The old woman’s body sat back, her facial features lighting up almost as bright as her eyes. “Oh yeah,” said Tupac. “I know who did that shit. It’s someone I knew real well. And believe me, I’m gonna take care of it.”

“Who was it?”

Tupac grinned, revealing that nasty black tooth again. “I’m not gonna say, but believe me, I’m gonna get that nigga. He ain’t gonna die—not yet—but his life and career are about to end.”

“Do I know the cat?”

“You’ve met him,” said Tupac. “But let’s not worry about it.”

It was Tupac’s turn to hit the blunt again. Big passed it to him, and Tupac smoked it, eventually handing it to Cease.

“So you know everything?” asked Big.

“Pretty much,” said Tupac.

“Can you tell me who’s gonna win the NBA championship this year?”

Tupac stared at him through Madame Sylvia’s eyes, grinning. “You’re funny, nigga. I shouldn’t say anything about it. But I think I owe you for all the shit we’ve been through.”

“So what you saying?”

“The Bulls,” said Tupac. “The Bulls gonna win again.”

Big nodded. “Who do they play?”


“What kinda series is Jordan gonna have?”

“Jordan gets hurt in the playoffs,” said Tupac. “He’s not gonna play in the series.”

Big looked at him, his disappointment visible. “Really?”

“It gets worse, too.”

“How’s that?”

“The injury is gonna end his career.”


Tupac stared at him, grinning, just letting it sit there for a moment. Finally he said, “Nah, nigga, I’m just fuckin’ with you. Jordan’s gonna have a great series. In game five he’s gonna score 38 points. But get this… He does it with the flu!”

“What?” asked Big. “You’re fuckin’ with me.”

“Nah, I’m serious. He ends up being series MVP.”

Big nods. “That’s cool.”

“It’s been good catching up with you fellas,” said Tupac. “But I gotta go back.”

“Back where?”

“Good question. I dunno. Wherever the fuck I came from.”

“But you and me, we’re good?”

Tupac smiled, extending the old woman’s tiny hand. The two friends bumped fists. “We’re good,” said Tupac. “We’re real good.”

“I’ll see you soon,” said Big. He paused before adding, “But not too soon.”

Tupac stared at him, knowing Big’s future but saying nothing. Tupac knew Big would never see Jordan perform in the Flu Game, as he would be dead by then.

Big watched as Madame Sylvia’s body started to convulse again, Tupac’s spirit exiting. The old woman slumped over, her face hanging down towards the table. After a moment she sat up and looked at Big, visibly exhausted.

“You okay?” he asked, genuinely concerned.

The old woman stared at him with her yellowed eyes, but said nothing. She just nodded, possibly too tired to speak. Big stood, and Cease followed suit. Big reached into his pocket and produced the roll of cash again. He tossed the whole roll onto the table in front of the old woman and turned to leave.

When they stepped out into the light snow, Cease remarked, “That shit was crazy, Big.”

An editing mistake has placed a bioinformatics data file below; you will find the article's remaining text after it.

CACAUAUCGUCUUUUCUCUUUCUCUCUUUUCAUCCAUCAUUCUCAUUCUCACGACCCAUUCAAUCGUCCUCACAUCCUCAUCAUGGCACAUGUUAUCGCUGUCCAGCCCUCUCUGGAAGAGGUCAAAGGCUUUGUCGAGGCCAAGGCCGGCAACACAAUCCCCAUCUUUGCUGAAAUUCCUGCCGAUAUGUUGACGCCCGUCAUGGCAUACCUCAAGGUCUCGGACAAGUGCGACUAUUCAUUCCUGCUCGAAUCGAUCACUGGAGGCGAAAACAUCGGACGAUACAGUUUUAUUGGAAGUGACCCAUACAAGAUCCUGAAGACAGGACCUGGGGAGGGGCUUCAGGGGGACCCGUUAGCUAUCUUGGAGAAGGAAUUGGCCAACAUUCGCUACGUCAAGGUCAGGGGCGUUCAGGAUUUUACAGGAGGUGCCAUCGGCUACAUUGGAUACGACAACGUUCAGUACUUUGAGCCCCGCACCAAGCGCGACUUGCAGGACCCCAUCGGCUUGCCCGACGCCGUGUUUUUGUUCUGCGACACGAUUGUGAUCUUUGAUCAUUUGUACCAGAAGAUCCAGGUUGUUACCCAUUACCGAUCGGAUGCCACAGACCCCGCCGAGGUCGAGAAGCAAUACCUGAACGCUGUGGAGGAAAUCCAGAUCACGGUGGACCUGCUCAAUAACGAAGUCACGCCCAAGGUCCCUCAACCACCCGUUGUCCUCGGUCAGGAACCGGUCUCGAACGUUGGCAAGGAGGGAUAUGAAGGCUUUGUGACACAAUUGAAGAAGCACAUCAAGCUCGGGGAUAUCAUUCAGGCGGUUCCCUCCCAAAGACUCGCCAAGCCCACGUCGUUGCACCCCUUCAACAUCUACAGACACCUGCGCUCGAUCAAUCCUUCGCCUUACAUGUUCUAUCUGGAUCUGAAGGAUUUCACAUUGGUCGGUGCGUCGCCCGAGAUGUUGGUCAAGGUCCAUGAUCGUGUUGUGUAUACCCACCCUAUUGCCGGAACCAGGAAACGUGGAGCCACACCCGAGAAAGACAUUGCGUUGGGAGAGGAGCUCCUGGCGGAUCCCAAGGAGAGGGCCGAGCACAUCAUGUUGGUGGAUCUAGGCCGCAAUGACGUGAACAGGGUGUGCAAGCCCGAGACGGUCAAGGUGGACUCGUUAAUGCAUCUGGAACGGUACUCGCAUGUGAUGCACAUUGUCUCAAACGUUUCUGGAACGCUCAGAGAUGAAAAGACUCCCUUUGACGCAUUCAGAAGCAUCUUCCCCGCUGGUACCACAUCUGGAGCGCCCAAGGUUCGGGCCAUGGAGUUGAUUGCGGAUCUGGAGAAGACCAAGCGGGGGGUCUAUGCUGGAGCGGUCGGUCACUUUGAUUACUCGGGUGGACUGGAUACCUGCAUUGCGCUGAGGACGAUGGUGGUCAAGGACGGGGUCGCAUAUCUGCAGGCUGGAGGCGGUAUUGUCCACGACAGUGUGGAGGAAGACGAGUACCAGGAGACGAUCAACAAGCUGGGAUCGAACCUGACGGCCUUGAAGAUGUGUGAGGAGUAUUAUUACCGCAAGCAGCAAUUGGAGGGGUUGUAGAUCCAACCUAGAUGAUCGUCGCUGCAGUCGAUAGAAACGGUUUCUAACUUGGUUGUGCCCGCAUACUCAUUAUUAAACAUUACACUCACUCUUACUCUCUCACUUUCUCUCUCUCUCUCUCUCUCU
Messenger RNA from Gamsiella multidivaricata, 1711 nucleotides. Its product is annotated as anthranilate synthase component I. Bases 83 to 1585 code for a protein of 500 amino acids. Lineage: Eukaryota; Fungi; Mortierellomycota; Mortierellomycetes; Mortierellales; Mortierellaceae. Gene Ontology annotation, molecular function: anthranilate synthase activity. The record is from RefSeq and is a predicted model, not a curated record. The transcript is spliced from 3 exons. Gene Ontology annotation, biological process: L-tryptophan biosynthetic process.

Big nodded, looking up at the falling snow. He felt the burden of guilt regarding Tupac’s death and their unresolved issues now lifted. He felt alive and rejuvenated. “Things are gonna be good from here on, man. We’re gonna keep working on this music and really doing the damn thing, you know? We’re gonna live our lives to the max and live the long life that Pac didn’t get to.”

Cease nodded, “Can’t nothin’ stop us.”

The two men climbed back into the Suburban. Big turned up the stereo, playing a song he’d recently recorded with Easy Mo Bee called “Going Back to Cali.” As the music thumped from the Kenwood speakers, the two men nodded their heads rhythmically. Big pulled away from the curb, and they drove off into the Brooklyn night.

Short fiction: “Santa’s Little Helper”

by Andy Rausch

This was Carl’s third house of the night, and he still had two more he wanted to hit before morning. As he’d gotten older, he’d become a much better robber, but the downside was that he’d come to loathe his work with a fiery passion. Maybe it was the two falls he’d already taken for B&E, or maybe it was because he felt like the Last of the Mohicans now that all his old road dogs were behind bars. But mostly Carl believed it was just a part of getting older. Even as he’d become wiser and had learned to take less chances, he still had to take some. Chances came part and parcel with this line of work. And topping it off, Carl’s body was showing signs of fatigue. He became tired much more quickly these days, and the treasures he carried out of the houses were getting getting heavier and heavier.

Carl hadn’t wanted to go out robbing tonight, but he had no choice. He’d been dating Porcupine Tina for a couple weeks now, but she refused to put out. She said she’d only screw him if he agreed to take her to this new highfalutin’ expensive-ass restaurant in Manhattan. She’d read about it in the Times, and had told him it was all the rage. “Movie stars go there,” she said. “There was a picture of Nicole Kidman eating there!” She thought going there might somehow give her class, but Carl doubted it, just as he doubted that all the women in the place combined had seen as many dicks as Tina had. When Carl was growing up, his dad had a saying about girls like her—if she had as many dicks sticking out of her as she’d had stuck in her she’d be a porcupine. Hence the name Porcupine Tina.

Carl was in the dark house, shining his flashlight down on a laptop. It was an older model, probably five or six years old. That wasn’t old for most things—Carl had underwear that were older by a mile—but it was literally a lifetime for a laptop. “Fuck it,” he muttered, sticking the laptop in his bag. He turned around and was shocked to find himself face to face with a little boy.